amount of catalyst exceeded 6.0 wt.%.This is due to reversible
nature of the transesterification process [9] whereby the catalyst
concentration levels greater than 6% may have favored the
backward reaction. The results suggest that optimum catalyst
loading for RSO transesterification is 6 wt.% with conversion
of 92.3%.
3.4. Influence of Temperature
Generally, as the reaction temperature increases, the rate of
reaction increases as they are affected by temperature through
the Arrhenius equation. Figure 4 shows the conversion in-
creases from 65.4% to 96.9%when the temperature increased
Figure 2. Effect of methanol to oil ratio (4 wt.% catalyst, 55°C).
Figure 3. Effect of catalyst loading (Temperature 55°C, Metha-
nol:Oil 4:1).
Figure 4. Effect of temperature to (methanol:oil 4:1, catalyst load-
ing 5% wt.).
Copyright © 2012 SciRes. AMPC
Copyright © 2012 SciRes. AMPC
Figure 5. Catalyst recycability study.
from 40°C to 65°C. Higher temperature improves the efficiency
of transesterification, which in turn enhances the RSO conver-
sion. However, increasing the temperature above 65°C does not
significantly affect the RSO conversion; in fact conversion
reduces slightly to 95.8% when temperature increases to 70°C.
This is due to methanol evaporation at temperature higher than
64.7°C (methanol boiling point) and hence oil to methanol ratio
cannot be maintained to achieve a desirable reaction. Opti-
mumtemperature for RSO transesterification with limestone
based catalyst is around 65°C.
3.5. Catalyst Recycability
The most important advantage of using heterogeneous material
as catalysts is the ability to recycle and reuse. The catalyst was
collected for reuse using a filter paper and washed with acetone
to remove the impurities of the mixture at the end of the reac-
tion. The catalyst was reused up to 5 times for rubber seed oil
transesterification with some reduction (about 5% per cycle) in
conversion at the 3rd, 4th and 5thcycle as shown in Figure 5. The
catalyst in this work has a comparable reuse efficiency as the
metal based catalyst, e.g. hydrotalcite particles with Mg/Al
used by Deng et al. [10] for transesterification of Jatropha oil.
The decline may be attributed to entrapment of glycerol on its
active surface. In comparison with the recyclability of other
solid metal based catalysts [10], the cement clinker catalysts
showed an unprecedented stability and recyclability for bio-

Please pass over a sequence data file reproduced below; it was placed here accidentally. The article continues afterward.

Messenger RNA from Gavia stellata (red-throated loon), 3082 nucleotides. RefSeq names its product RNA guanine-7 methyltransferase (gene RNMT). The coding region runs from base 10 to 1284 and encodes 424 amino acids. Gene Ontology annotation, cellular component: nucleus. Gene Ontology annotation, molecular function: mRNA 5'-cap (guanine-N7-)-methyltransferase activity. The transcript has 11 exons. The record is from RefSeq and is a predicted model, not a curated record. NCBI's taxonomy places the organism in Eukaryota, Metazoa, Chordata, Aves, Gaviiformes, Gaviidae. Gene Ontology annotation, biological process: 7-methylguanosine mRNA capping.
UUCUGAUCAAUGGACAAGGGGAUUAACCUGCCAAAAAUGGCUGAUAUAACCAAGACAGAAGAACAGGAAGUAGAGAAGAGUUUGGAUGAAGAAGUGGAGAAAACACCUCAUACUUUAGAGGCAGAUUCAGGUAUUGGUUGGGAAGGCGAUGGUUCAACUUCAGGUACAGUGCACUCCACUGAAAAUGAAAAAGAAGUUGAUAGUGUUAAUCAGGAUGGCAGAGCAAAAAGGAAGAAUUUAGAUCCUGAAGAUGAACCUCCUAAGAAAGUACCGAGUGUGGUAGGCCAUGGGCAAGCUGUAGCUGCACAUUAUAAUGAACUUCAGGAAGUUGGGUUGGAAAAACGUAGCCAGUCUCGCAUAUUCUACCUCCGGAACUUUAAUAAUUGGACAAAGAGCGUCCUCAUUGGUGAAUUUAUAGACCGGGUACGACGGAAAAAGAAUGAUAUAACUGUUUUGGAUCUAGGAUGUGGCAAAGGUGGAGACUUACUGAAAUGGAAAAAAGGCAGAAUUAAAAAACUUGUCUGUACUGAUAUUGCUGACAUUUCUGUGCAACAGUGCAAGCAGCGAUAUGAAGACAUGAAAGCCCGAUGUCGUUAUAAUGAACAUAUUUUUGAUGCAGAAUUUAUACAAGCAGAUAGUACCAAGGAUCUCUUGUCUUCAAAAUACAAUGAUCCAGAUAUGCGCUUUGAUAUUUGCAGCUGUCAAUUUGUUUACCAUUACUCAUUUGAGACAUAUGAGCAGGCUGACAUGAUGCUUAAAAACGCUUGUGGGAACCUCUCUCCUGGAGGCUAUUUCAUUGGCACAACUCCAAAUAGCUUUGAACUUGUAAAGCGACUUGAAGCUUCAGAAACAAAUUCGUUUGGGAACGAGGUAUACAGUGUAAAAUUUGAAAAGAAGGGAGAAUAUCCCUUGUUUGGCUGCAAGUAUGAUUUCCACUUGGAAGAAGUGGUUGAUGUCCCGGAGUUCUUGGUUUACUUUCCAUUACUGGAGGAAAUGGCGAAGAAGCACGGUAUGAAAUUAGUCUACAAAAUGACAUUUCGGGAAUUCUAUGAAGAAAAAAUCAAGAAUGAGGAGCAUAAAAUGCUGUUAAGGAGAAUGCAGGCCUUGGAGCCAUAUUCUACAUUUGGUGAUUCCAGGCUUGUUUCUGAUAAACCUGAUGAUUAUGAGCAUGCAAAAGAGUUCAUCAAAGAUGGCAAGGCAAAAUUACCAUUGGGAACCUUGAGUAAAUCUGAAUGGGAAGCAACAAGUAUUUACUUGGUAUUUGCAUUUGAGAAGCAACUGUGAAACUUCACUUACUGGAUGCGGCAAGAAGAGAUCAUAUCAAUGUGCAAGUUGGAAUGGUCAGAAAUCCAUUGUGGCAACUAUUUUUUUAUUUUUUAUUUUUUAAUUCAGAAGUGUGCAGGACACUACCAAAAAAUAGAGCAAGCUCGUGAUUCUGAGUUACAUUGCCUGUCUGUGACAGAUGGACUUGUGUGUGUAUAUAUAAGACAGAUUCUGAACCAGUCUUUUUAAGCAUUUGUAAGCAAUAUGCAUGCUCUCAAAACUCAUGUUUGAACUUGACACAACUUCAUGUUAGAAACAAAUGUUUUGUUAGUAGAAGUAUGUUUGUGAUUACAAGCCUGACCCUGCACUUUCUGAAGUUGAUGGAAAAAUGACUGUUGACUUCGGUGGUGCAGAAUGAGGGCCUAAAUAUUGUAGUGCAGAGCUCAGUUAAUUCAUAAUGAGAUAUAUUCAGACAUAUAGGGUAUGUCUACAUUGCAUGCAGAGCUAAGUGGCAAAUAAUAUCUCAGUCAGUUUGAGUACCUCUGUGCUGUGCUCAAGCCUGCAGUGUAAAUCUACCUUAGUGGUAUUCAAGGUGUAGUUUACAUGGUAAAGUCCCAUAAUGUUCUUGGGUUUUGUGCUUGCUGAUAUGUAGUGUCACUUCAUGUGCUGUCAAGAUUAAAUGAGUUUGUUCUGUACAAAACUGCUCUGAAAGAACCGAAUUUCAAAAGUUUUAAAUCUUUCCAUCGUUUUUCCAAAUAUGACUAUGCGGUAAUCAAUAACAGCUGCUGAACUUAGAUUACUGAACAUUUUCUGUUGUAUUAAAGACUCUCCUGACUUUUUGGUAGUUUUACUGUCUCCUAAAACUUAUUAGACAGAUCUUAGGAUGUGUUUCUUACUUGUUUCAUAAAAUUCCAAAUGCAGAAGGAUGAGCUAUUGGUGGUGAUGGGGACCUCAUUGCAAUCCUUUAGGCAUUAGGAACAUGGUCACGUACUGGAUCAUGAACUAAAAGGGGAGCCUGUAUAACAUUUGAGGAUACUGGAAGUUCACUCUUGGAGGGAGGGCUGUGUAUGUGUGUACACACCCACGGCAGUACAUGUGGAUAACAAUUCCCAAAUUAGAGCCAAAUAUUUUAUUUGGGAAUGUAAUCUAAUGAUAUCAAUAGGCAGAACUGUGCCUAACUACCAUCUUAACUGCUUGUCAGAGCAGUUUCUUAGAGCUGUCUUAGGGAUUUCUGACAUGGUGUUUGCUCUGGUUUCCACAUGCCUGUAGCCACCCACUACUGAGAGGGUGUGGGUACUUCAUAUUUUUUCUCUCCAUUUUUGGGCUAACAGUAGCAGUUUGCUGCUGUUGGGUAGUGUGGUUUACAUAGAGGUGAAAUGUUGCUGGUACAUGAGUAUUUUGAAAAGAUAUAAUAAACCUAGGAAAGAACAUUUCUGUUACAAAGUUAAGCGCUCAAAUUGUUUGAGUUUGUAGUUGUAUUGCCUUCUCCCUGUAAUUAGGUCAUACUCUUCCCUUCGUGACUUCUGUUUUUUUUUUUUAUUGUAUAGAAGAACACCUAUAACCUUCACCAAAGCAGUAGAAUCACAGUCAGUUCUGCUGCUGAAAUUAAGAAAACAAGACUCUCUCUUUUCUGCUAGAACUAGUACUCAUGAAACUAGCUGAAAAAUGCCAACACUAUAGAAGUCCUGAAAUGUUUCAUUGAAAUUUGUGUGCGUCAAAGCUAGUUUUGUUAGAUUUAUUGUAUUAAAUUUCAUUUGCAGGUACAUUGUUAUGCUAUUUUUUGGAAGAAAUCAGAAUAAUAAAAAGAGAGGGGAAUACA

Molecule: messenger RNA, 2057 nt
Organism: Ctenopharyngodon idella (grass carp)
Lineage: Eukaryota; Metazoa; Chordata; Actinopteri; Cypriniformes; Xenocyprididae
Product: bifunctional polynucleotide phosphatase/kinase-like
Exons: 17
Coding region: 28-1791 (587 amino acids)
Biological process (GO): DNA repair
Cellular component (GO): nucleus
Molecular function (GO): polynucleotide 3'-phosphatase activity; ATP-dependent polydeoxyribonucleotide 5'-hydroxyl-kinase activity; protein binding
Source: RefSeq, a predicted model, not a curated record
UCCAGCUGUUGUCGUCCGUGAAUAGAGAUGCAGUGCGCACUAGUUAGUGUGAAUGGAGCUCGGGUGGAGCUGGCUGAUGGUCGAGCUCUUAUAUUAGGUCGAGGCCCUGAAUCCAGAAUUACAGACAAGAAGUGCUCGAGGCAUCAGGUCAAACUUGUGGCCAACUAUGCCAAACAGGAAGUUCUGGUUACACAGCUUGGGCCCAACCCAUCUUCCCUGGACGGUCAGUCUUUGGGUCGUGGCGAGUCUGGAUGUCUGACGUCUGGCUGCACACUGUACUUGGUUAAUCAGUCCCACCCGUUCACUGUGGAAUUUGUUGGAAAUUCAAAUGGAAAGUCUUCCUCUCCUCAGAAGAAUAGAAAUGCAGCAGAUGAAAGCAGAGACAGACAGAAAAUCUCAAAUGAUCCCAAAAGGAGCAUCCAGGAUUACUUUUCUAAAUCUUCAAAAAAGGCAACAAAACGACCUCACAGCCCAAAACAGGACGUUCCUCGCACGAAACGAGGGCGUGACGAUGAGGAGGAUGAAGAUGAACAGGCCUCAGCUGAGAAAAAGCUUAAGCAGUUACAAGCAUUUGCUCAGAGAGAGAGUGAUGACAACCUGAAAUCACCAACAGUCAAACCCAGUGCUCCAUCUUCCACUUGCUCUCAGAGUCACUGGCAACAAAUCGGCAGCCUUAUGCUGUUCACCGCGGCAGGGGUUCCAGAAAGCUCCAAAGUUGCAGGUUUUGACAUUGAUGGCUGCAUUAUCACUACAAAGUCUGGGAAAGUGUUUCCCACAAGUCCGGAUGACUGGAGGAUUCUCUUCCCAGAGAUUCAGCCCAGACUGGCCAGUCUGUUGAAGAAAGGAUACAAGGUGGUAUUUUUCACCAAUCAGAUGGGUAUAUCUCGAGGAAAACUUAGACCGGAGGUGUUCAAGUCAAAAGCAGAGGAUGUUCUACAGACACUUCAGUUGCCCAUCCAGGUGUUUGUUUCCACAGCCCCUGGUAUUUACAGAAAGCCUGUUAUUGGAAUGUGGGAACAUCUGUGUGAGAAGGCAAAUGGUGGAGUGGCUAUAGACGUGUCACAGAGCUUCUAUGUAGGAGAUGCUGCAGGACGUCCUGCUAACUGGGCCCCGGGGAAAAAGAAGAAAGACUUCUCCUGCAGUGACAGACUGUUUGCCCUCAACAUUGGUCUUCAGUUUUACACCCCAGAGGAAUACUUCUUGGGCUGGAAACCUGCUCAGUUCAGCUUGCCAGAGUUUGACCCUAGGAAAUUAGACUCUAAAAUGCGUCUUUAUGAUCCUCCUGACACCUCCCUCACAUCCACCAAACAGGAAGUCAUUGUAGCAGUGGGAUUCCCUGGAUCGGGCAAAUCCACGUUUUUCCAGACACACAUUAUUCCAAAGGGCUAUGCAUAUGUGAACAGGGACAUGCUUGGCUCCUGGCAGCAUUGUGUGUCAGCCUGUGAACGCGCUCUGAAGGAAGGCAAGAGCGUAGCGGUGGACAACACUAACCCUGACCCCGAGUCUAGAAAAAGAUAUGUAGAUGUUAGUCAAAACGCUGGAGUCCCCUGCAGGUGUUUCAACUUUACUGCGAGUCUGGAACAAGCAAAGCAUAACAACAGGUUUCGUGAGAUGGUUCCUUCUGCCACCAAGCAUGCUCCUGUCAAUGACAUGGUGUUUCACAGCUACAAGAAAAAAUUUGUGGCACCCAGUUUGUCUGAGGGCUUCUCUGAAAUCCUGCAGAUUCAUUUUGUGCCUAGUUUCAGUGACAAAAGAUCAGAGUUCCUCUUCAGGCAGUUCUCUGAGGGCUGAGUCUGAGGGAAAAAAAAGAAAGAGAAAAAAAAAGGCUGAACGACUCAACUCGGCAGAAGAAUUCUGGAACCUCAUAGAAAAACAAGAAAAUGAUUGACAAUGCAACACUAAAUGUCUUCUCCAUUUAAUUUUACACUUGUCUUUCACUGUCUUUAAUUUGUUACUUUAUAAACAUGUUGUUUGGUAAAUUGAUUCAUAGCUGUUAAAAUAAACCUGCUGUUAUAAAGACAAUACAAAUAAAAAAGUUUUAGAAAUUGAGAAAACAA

diesel synthesis.
3.6. Properties of Methyl Esters from Rubber Seed Oil
The fuel properties of FAME produced in this work is com-
pared with Ramadhas et al. [2], who studied rubber seed oil
transesterification using a homogeneous catalyst (NaOH). This
work is a single step method which involved only the trans-
esterification process unlike the two-step method employed by
Ramadhas et al. [2]. As shown in Table 1, all the properties are
within the biodiesel specification described by ASTM D6751.
The calorific value of in this work seems to be slightly higher
than the previous work by Ramadhas et al. [2]; furthermore, the
kinematic viscosity and acid value are very much lower in
comparison. The cetane number of 66.2 for biodiesel produced
in this work is better than the previous work [2] and compliance
to the ASTM standard. The good biodiesel property in this
work is attributed to extensive the purification step undertaken
to the FAME which include among other washing, centrifuga-
tion and bleaching.
4. Conclusions
Microwave assisted extractionis more efficient in terms of yield
and time consumption as it can achieve a maximum extraction
within 4 minutes, which cannot be achieved through conven-
tional soxhlet method even after 6 hours. The limestone based
catalyst derived from cement clinker showed an efficient con-
version (up to 96.9%) of high FFA rubber seed oil to biodiesel.
The results suggest that the catalyst employed in this work is
not negatively affected by moisture and free fatty acids and can
be recycled very easily without a significant loss in its activity.
The biodiesel produced in this work is within the limits of
specification described by ASTM D6751.
5. Acknowledgements
ShahidAli thanks Universiti Malaysia Pahangfor the GRS100348
funding. We thank Ministry of Higher Education Malaysia for
the MTUN COE grant RDU121216.